Parser combinator library written in Go
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README.md

Parsley - Parser combinator library written in Go

CircleCI status Codecov.io status GoDoc Latest release

Parsley is a general parser combinator library which can be used to parse context-free, left-recursive languages. It handles indirect as well as direct left-recursion in polynomial time and defines a memoization helper for speeding up parsing time. The language grammar can be easily translated to a set of rules using parsers and combinators.

You can read a general introduction about parser combinators here: https://en.wikipedia.org/wiki/Parser_combinator

For more information about handling left-recursion please check out Parser Combinators for Ambiguous Left-Recursive Grammars (2007) by Frost R.A., Hafiz R., and Callaghan P.

Currently the library supports only text processing, but the interfaces are written with binary parsing in mind.

How to use this library?

Basics

Abstract Syntax Tree

An AST is built during parsing for evaluating the parsed data. An AST node has the following interface:

type Node interface {
	Token() string
	Value(userCtx interface{}) (interface{}, Error)
	Pos() Pos
	ReaderPos() Pos
}

There are two types of nodes:

  • terminal node: a leaf node - contains the smallest valid token, always has a constant value, e.g. a number, a string, etc.
  • non-terminal node: a branch node - contains other nodes and an interpreter which defines how to evaluate its children together (example: the non-terminal node has the token "+", the terminal children are: [1, 2] and the interpreter would add the numbers and return 3)

The ctx evaluation context can be anything you would need for evaluating a tree. (e.g. looking up named variables in a variable store)

Interpreters

An interpreter gets the child nodes of a non-terminal node and returns with a single result. It has the following interface:

type Interpreter interface {
	Eval(userCtx interface{}, nodes []Node) (interface{}, Error)
}

As you get the nodes as input you can implement lazy evaluation.

A simple example is when the interpreter function defines how to add numbers together.

Parsers

A parser has a simple interface:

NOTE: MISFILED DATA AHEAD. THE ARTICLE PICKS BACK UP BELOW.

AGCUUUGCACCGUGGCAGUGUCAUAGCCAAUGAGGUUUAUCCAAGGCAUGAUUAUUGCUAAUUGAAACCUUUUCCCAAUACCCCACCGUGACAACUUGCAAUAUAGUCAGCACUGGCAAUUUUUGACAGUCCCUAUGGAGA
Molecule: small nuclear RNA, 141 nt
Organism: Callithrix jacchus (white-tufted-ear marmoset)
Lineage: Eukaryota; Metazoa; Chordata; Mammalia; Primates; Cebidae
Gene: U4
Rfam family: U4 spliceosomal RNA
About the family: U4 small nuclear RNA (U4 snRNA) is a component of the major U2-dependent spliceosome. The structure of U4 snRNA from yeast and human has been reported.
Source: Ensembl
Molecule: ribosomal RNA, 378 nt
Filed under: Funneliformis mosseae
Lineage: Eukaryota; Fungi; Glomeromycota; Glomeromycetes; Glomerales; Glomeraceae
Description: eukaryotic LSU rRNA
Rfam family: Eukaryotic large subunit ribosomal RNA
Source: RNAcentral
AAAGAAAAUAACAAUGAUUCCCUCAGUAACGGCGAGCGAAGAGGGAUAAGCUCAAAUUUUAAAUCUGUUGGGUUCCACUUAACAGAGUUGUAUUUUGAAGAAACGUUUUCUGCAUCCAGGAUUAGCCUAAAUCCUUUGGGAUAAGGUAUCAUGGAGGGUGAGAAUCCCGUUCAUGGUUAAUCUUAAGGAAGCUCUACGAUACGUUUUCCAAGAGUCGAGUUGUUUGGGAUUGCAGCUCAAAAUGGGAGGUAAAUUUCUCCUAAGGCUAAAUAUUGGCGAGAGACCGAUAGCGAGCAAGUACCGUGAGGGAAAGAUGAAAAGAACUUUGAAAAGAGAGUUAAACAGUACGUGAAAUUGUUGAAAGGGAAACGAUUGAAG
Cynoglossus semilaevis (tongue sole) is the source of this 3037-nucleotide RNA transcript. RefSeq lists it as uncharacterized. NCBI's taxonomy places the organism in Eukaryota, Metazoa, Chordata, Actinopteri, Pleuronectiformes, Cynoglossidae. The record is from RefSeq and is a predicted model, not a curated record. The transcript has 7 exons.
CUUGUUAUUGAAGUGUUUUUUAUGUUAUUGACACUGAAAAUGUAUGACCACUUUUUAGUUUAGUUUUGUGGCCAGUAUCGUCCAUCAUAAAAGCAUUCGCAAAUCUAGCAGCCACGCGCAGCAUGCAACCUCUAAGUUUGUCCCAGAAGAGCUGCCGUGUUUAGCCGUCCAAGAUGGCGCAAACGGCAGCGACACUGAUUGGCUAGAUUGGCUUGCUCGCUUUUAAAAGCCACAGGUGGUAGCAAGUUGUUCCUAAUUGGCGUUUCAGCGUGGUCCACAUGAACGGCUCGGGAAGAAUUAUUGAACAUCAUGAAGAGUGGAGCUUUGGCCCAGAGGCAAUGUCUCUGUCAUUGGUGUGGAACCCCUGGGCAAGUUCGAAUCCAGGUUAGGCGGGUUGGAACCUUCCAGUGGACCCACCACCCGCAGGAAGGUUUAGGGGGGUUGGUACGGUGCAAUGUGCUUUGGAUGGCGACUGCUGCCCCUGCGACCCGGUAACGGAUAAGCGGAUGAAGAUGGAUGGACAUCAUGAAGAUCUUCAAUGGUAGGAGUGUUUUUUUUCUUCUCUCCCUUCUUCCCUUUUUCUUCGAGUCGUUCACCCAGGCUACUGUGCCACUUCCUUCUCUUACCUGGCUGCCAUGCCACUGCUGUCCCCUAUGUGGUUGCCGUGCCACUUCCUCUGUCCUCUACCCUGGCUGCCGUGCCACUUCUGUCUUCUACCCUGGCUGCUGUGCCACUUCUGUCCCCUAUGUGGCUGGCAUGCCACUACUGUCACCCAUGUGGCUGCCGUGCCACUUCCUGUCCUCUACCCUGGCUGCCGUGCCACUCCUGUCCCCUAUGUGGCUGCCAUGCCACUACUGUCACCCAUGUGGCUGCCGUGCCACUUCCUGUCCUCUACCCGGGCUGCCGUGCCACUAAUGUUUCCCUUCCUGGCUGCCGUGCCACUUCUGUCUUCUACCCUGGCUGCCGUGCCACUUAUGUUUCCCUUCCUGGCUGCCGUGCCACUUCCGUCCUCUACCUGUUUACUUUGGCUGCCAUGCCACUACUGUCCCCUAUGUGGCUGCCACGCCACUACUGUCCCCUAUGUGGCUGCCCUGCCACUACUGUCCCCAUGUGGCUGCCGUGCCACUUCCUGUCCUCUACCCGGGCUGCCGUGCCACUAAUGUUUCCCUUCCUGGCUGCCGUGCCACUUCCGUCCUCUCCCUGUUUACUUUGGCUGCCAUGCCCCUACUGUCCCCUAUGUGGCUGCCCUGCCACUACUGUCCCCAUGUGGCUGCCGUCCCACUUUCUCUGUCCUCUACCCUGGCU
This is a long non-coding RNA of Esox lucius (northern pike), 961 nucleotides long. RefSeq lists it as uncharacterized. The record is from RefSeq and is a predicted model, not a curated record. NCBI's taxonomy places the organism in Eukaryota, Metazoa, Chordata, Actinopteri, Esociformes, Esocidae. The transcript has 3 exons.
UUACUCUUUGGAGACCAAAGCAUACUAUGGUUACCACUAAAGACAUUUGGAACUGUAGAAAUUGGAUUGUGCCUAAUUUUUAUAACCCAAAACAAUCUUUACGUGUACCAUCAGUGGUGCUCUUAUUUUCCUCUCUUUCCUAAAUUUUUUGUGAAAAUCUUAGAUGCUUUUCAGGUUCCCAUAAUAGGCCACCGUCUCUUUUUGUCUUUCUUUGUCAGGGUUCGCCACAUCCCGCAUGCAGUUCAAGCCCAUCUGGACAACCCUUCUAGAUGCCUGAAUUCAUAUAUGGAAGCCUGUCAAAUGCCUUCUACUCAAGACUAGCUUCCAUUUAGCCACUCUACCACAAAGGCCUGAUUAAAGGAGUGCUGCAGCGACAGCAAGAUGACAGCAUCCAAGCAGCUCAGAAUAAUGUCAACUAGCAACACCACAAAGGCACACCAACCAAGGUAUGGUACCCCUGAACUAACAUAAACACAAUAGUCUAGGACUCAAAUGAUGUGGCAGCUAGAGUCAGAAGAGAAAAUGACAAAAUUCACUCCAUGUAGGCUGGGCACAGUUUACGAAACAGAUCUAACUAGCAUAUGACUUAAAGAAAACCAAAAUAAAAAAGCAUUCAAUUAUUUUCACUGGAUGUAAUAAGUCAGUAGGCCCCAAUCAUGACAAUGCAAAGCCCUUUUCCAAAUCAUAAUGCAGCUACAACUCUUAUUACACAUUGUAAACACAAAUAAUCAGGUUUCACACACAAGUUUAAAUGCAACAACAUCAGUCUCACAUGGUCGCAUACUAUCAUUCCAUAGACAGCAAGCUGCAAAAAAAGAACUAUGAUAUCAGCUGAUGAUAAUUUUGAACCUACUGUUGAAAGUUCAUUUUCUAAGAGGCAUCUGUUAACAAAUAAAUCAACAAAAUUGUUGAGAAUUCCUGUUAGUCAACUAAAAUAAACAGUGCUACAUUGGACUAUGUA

type Parser interface {
	Parse(ctx Context, leftRecCtx data.IntMap, pos Pos) (Node, Error, data.IntSet)
	Name() string
}

A parser processes the next token(s) from the given reader and returns them as a result set. It also handles direct left recursion counters through leftRectCtx and accumulates the curtailing parsers in an int set. (You usually don't have to deal with these).

Combinators

Combinators are special parsers as they are combining other parsers to process more complex token groups. A simple example is the Seq combinator which simply tries to match the given parsers in order. Some combinator also use node builders which tells them how to build an AST node from the parsed token group.

Memoization and handling left-recursion

IMPORTANT: make sure you only call the Memoize generator function once for a specific parser as it generates an internal parser index for every call.

Depending on the language you define a parser can attempt to match at the same reader position multiple times. You can cache the parser results with the provided Memoize wrapper.

Also if your language contains left-recursion you need to use Memoize for any parser that is directly or indirectly part of it as Memoize is responsible for curtailing these calls.

The following code will wrap the integer parser with a memoizer:

p := combinator.Memoize(terminal.Integer())

A simple example

Let's write a parser which is able to parse the following expression: "INTEGER + INTEGER"

We'll need the following components:

  • a parser which is able to match integer numbers (terminal.Integer)